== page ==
Raider sadness is the best sadness.
Raider sadness is the best sadness.
The Broncos’ “Pray For His Neck” seems rather accurate.
I can’t really watch the NFL anymore. If the slow destruction of those athletes wasn’t enough, the strangling hypocrisy takes the cake.
Yes, I’m a big boxing fan, but boxing (and the UFC) is sold as fighting. There’s no guess work involved. I’m clearly watching two men fight for a living. The NFL is sold as a mainstream (and extremely popular) glamour sport. Sunday afternoons. Sunday nights. Monday nights. Thursday nights. Thanksgiving. Buy this player’s jersey. Gather ‘round the television to watch the Superbowl. Madonna at halftime.
The NFL dishonestly disguises their pugilism. The NFL is fine with it’s employees dangerously risking their lives, and almost always compromising their futures, every single game. If the league was upfront about what happens to its players, if they were open and honest about the dangers of their sport to the hundreds of millions of children who watch it every week, I could get over it all.
But they won’t, because it would hurt their bottom line. They’re no different from tobacco companies in that regard.
You cannot stand and cheer when your favorite team blindsides the opposing quarterback, then support Goddell punishing a franchise for encouraging just that in a capitalist system. You must know and acknowledge that what you’re celebrating is league-sanctioned, and culturally-accepted brutality, which is handsomely paid for by the Budweiser and Chevrolets of the world.
Sean Payton will be suspended for the year over the Saints’ bounty scandal. The Saints’ GM will be suspended eight games, although I wonder how that works if you’re not in an on-field capacity.
On one hand this is great because it seems Roger Goodell is a) punishing wrongdoing by coaches and executives just as seriously as he does players and b) you do not want to encourage such things as bounty programs.
The problem is that Goodell is trying to paper over the inherent brutality in the league. Explicit bounties are out of bounds, but the implicit ideal of doing your job by doing the most harm to the other person has always been around in the NFL — particularly with non-guaranteed salaries and the money at stake for the more average players. You can say it’s a no-win decision for Goodell, and it is, but it still reeks of hypocrisy and a desire to dig one’s head in the sand about the nature of the game.
Yeah, I’m pretty sure I’ll be watching even though I shouldn’t be.
Rejoice, Denver Broncos fans.
Your true savior has revealed himself.
Pro: A competent, Super Bowl-winning quarterback.
Con: The Broncos could be just as in the lurch if his neck goes bad.
Super-con: I talked so much shit about Peyton for fun to my Colts-loving friend who idolized him over the years to tweak him that I’m probably going to get punched the next time I see him.
The short answer: Jeremy Lin appears to be able to execute the basics of playing his position.
And I say that as someone who wants Tim Tebow to succeed so the Broncos do not have to spend another first or second round pick on a quarterback.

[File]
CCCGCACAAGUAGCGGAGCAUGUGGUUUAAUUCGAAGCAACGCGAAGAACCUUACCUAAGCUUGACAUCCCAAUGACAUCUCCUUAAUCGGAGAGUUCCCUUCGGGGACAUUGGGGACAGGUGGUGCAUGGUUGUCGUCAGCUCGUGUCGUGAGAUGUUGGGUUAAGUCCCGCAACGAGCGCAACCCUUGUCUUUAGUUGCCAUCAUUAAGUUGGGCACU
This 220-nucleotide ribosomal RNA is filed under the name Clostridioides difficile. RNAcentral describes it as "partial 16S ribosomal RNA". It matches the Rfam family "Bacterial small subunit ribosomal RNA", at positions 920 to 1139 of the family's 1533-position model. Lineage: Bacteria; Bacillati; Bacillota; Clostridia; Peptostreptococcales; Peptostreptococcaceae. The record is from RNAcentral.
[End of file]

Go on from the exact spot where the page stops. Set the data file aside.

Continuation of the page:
Also, 1.5 weeks of Lin is not a good sample size, particularly considering the opposition. (Strength of opposition was a similar slam on Tebow.) The only team the Knicks have played in that span that’s considered a decent one is the Lakers. But so far, so good.
Additionally, Lin has looked good for four quarters as opposed to fourth quarters and one playoff game for Tebow.
Never mind that Tebow was a highly recruited prep football star who went to a big-name BCS school, won one title as an essential component and a second as The Man. Jeremy Lin wasn’t even heavily recruited by his home state powerhouses or the tony private school in his hometown, mostly because he was hurt his junior year, but also because Trent Johnson signed another point guard while telling Lin and his family he had another spot open, which sent him to Harvard, who got him in on early acceptance. If you’re serious about hoops and want to be an Ivy Leaguer, you probably think Princeton before Harvard, although Tommy Amaker is working to change that.
Regarding the Christianity angle: Lin’s a serious believer (you’d have to be CCM-familiar to know his favorite musicians), but not in the way that differentiates him from most other professional athletes, many of whom are pretty devout (i.e., the very funny example of Mariano Rivera listening to Christian music and hymns in the context of Metallica’s “Enter Sandman” as his entrance music at Yankee Stadium). Tebow’s in a different category as an evangelical Christian and a missionary, and we can’t pretend it’s the same — he made himself a proselytizer and spreader of the “good news.”
My personal jury is out on Tebow being an NFL quarterback because I believe the lockout was the worst thing for his professional development. I want to see him in OTAs, training camp, etc. as The Man. I think the reason I’m sick of the Tebow fawning and not the Lin phenomenon at this point files down to a few things:
These are just the things that grind my gears about the cheap, easy comparison narrative: so often, the support for these narratives is paper-thin and related to superficial ideals of “the underdog story” and the uncomfortable racial dynamics pro basketball and football traffic in as a matter of doing business.
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A vagabond who's made his home in the Pacific Northwest.×